Insurance coverage disputes often hinge on whether insureds’ definitions or interpretations of disputed policy language are reasonable. Insurance policies are contracts and many policies are adhesion contracts, where policy terms are drafted by the insurance company and offered on a take it or leave it basis. (Companies paying substantial premiums may have an input.)

    When an insured’s interpretation of policy language differs from the insurer’s interpretation, and is a reasonable interpretation, disputed language is deemed ambiguous. When ambiguity exists, courts in most states (Maryland is an exception), apply the insured’s interpretation or allow evidence supporting that interpretation. Where disputed policy language is held to be unambiguous, the insurer’s definition usually applies and coverage is likely denied.

    The CGL’s absolute pollution exclusion is an example of judicial division as to whether policy language is ambiguous. Is the exclusion limited to pollution discharges from industrial activity or are non-industrial pollution discharges also excluded? A finding that exclusionary language is ambiguous results in coverage for non-industrial discharges.

    Where the exclusion’s language is held to be unambiguous, analysis is limited to whether a pollutant was discharged, and the context of the discharge is not relevant. A finding of unambiguous policy language resulted in denial of coverage for claims of infants ingesting peeling lead paint in apartments and office workers’ exposure to fumes from building cleaning products.

    Well control coverage

    A well blowout is as an uncontrolled release of oil, gas, or water during drilling operations caused by pressure in the well. A gusher of oil spewing above a derrick is a type of blowout. Blowout was defined in one policy as “when pressure of oil, gas or water entering the well at some depth below the surface is greater than the pressure exerted by the column of drilling fluid in the well …” (Rosamond Drilling v. St. Paul Fire, 305 So. 2d 630).

    Drilling fluid or drilling mud is used to cool drill bits and bring rock cuttings to the well’s surface where they are filtered from the well. Drilling fluid is also used to prevent blowouts as different densities of fluids are used to maintain proper pressure in a well. If the “density is too light, gas may be able to push past the fluid and blow out the top of the well.” (“Oil Well Blowouts: Disastrous, Frightening and Preventable,” by Brian Krause, Risk Management, May, 2007.)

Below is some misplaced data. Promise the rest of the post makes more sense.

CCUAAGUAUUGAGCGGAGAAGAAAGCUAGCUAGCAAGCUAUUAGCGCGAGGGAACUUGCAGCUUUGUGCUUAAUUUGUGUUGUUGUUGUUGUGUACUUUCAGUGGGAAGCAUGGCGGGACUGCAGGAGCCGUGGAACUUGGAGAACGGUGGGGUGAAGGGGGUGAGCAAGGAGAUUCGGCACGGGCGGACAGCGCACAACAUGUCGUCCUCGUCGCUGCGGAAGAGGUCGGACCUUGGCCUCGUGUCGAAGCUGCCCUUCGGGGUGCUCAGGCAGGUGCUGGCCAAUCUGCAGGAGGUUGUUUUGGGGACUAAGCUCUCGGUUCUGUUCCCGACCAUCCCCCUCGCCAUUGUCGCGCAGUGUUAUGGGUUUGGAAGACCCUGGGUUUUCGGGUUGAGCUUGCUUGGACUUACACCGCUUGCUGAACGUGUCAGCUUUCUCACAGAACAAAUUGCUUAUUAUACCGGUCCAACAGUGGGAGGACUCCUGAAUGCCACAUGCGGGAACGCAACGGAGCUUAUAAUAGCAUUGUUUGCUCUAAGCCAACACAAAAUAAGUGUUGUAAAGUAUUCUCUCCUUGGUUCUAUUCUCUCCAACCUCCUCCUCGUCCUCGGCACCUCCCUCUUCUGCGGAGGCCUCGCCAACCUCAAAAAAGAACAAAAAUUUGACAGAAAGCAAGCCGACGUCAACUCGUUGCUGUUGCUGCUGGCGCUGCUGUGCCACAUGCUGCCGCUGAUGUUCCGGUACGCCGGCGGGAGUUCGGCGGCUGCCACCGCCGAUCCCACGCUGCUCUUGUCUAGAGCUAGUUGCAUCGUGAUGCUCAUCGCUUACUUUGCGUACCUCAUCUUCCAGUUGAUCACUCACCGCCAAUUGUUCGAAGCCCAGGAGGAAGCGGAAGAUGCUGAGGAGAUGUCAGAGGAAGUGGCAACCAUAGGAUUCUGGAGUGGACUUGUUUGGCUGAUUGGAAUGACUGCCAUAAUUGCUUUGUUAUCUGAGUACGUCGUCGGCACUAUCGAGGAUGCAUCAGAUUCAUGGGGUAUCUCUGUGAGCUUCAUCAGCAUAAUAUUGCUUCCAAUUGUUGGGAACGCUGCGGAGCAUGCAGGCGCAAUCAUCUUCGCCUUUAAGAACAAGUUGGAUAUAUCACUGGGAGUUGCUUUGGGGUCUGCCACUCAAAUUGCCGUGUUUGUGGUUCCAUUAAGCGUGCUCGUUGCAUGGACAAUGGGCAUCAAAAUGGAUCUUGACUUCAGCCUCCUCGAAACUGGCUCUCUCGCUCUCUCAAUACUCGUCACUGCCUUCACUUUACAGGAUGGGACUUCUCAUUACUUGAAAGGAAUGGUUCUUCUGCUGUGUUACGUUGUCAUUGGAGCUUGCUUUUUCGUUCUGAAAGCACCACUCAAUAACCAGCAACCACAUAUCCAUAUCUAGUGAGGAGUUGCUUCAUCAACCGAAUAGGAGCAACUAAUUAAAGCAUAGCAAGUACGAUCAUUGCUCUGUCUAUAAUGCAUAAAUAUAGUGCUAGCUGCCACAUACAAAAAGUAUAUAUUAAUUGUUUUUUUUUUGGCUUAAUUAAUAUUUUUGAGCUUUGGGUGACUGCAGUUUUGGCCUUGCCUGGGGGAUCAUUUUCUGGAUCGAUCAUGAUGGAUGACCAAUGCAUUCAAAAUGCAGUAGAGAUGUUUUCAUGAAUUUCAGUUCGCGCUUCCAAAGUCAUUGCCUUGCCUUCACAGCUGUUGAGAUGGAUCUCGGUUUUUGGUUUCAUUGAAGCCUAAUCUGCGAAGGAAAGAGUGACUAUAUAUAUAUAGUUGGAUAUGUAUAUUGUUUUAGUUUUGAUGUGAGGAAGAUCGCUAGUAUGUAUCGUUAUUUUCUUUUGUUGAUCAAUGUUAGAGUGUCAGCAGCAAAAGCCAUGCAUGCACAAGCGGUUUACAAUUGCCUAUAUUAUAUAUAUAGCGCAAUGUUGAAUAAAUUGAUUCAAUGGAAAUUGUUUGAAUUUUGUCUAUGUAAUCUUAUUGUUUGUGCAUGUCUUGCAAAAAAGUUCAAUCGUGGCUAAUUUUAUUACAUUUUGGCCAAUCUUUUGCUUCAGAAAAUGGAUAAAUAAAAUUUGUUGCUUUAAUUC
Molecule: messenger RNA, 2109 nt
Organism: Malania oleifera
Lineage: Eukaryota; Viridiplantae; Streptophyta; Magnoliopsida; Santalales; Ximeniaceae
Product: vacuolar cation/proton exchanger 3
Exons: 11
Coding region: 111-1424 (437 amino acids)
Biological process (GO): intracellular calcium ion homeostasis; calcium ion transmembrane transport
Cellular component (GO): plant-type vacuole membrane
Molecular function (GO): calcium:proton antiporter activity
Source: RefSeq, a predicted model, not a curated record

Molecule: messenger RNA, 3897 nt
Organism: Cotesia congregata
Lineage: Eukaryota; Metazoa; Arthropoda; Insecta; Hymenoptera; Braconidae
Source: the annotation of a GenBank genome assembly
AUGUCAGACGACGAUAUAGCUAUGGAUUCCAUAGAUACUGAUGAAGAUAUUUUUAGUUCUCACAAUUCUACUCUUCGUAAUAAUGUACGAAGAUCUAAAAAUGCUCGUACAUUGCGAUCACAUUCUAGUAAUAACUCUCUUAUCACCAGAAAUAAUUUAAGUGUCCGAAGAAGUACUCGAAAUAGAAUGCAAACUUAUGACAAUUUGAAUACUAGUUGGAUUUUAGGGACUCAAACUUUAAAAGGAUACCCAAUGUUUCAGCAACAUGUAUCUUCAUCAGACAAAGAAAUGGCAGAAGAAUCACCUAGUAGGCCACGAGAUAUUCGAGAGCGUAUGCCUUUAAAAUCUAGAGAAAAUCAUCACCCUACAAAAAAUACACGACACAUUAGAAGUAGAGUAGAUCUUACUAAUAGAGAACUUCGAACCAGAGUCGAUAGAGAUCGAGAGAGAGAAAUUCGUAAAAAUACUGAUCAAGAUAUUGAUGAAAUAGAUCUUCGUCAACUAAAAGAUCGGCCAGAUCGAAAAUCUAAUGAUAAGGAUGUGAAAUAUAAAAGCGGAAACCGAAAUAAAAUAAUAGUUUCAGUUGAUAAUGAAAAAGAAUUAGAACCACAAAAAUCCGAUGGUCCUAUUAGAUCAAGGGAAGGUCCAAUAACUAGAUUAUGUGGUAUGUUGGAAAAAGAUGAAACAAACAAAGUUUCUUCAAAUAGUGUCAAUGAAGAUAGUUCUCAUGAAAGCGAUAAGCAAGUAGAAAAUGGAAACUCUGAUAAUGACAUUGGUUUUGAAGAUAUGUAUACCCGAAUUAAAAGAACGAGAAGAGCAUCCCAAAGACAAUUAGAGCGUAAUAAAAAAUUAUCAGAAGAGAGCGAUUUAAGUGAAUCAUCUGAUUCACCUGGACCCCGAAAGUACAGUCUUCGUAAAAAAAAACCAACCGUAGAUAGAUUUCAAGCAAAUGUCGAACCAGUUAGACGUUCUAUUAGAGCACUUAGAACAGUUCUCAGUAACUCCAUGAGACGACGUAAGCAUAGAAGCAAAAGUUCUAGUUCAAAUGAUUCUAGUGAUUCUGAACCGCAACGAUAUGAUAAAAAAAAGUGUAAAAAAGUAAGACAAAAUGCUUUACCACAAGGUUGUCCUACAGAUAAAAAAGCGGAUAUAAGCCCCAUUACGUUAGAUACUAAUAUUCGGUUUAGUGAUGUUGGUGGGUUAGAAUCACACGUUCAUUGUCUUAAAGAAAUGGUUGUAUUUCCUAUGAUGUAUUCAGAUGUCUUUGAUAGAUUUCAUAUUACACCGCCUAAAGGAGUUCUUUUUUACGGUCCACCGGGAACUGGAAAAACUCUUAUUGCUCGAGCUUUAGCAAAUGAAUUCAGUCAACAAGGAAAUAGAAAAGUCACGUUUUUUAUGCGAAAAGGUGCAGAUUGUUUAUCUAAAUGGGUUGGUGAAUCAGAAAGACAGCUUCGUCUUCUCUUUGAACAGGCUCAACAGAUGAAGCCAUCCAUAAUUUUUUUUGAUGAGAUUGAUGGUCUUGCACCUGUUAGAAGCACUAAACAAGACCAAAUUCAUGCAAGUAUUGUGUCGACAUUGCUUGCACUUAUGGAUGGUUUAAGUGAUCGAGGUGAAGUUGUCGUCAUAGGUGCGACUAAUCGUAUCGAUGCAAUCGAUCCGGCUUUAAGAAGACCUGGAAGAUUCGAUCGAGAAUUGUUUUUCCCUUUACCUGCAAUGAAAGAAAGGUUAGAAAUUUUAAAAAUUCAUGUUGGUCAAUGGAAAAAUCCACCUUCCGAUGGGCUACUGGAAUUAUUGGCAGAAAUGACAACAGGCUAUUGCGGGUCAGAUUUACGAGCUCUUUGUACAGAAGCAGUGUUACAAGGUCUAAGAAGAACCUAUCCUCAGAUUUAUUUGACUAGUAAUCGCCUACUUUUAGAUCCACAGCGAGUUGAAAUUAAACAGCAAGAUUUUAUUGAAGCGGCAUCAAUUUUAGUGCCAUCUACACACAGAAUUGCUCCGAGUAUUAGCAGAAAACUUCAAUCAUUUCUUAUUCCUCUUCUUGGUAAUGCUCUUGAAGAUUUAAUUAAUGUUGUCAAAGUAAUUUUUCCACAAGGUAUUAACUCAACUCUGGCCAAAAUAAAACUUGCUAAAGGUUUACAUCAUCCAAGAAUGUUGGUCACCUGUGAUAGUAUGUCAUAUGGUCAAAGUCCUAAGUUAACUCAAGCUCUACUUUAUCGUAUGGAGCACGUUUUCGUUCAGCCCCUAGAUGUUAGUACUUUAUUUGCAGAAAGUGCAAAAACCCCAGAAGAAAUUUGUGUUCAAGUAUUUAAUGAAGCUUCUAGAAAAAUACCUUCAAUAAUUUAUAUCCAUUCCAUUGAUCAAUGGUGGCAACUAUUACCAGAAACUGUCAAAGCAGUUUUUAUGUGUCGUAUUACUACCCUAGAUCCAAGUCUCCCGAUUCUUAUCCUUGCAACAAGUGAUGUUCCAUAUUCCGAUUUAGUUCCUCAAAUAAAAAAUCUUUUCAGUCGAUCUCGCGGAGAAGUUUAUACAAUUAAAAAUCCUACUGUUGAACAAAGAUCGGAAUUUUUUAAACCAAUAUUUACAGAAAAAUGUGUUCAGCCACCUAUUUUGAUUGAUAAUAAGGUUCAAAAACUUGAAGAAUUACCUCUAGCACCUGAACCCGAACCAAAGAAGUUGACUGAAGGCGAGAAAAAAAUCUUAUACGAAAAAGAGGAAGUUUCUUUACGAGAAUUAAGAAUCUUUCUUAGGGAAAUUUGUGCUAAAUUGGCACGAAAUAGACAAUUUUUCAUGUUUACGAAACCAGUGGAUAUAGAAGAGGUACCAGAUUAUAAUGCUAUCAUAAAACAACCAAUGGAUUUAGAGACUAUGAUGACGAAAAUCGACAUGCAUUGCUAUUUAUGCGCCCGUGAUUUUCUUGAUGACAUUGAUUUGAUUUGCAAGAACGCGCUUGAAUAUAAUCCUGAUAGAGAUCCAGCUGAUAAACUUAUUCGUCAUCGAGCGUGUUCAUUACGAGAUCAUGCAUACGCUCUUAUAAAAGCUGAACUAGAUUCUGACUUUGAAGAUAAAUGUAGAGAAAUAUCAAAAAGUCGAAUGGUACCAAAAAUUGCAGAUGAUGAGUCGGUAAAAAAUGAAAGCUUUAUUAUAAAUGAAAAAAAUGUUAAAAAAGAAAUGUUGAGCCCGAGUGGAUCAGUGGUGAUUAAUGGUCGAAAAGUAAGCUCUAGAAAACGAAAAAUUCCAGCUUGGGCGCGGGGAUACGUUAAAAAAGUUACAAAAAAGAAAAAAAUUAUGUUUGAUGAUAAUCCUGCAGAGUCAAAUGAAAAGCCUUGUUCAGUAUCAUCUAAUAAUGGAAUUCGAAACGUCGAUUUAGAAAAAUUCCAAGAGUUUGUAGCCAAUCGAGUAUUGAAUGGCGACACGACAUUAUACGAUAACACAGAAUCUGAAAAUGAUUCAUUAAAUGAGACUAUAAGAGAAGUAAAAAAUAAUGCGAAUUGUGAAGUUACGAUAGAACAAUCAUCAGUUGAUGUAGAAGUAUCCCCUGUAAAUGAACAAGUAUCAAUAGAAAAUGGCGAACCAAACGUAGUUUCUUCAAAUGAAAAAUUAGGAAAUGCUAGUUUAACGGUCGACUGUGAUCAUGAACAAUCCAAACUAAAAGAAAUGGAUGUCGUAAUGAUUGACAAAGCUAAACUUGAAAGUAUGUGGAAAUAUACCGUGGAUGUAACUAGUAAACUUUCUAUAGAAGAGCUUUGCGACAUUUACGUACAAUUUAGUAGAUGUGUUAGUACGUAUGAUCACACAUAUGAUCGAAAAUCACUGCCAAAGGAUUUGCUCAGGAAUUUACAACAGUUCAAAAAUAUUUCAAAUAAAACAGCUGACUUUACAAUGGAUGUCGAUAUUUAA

Where decreasing amounts of drilling fluid reach the well surface, a “kick” may be occurring, which is what occurred in the Rebel Drilling case prior to the blowout. A kick is a “loss of normal fluid circulation when pressure from below is in excess of that exerted by the drilling fluid being pumped into the well.” (Howard R. Williams & Charles J. Meyers, “Manual Of Oil And Gas Terms 559.)

    While the policy in the Rosamond Drilling decision defined “blowout,” not all policies have defined “blowout.” Where a policy provided no definition, insurers argued no blowout occurred unless gas or oil was discharged from the well. Insureds countered that a discharge from the well was not required. Rather, a blowout: occurred where upward well pressure existed. The presence of upward pressure in a well prevents drilling operations because drilling fluid cannot be pumped down to the wellbore, and thus, rock cuttings cannot be removed from a well.

    Courts have held that uncontrolled flows of oil and gas were not required to exit the surface opening of the well for a “blowout” to occur. Rather, where such flows prevented drilling operations, a blowout occurred.

    Well blowout in Iraq.
    Photo courtesy of Boots & Coots International Well Control Inc.
    Click here to enlarge image

    In the Rosamond Drilling case, a “sudden expulsion” of drilling fluid through a fracture in underground strata resulted in an uncontrolled flow of gas to a creek bed. It was held the well was “completely out of control” when “adverse pressure and flow of gas or liquid from the well could not be corrected by injection of drilling mud or otherwise to allow the operator to continue normal drilling operations.”

    The Louisiana Supreme Court in Creole Explorations v. Underwriters at Lloyd’s, 161 So. 2d 768 (1964), similarly held:

    … [T]he well was under control when the column of mud was balanced so that whatever operations were necessary could be performed in the well bore hole, and that it was out of control when the mud column became so imbalanced from gas and saltwater penetrations that operations had to be stopped while the mud was conditioned or weighted up and control regained.

    The time period or length of blowouts has arisen in policy disputes. In Atlantic Richfield v. Underwriters at Lloyd’s, 398 F.Supp. 708, the blowout prevented a well from being reached for nine days because of “intense heat generated by the fire on the platform and in and around the wellhead.” Two weeks after the blowout, mud was pumped into the well hole and pumping continued for three weeks in an attempt to bring the well under control.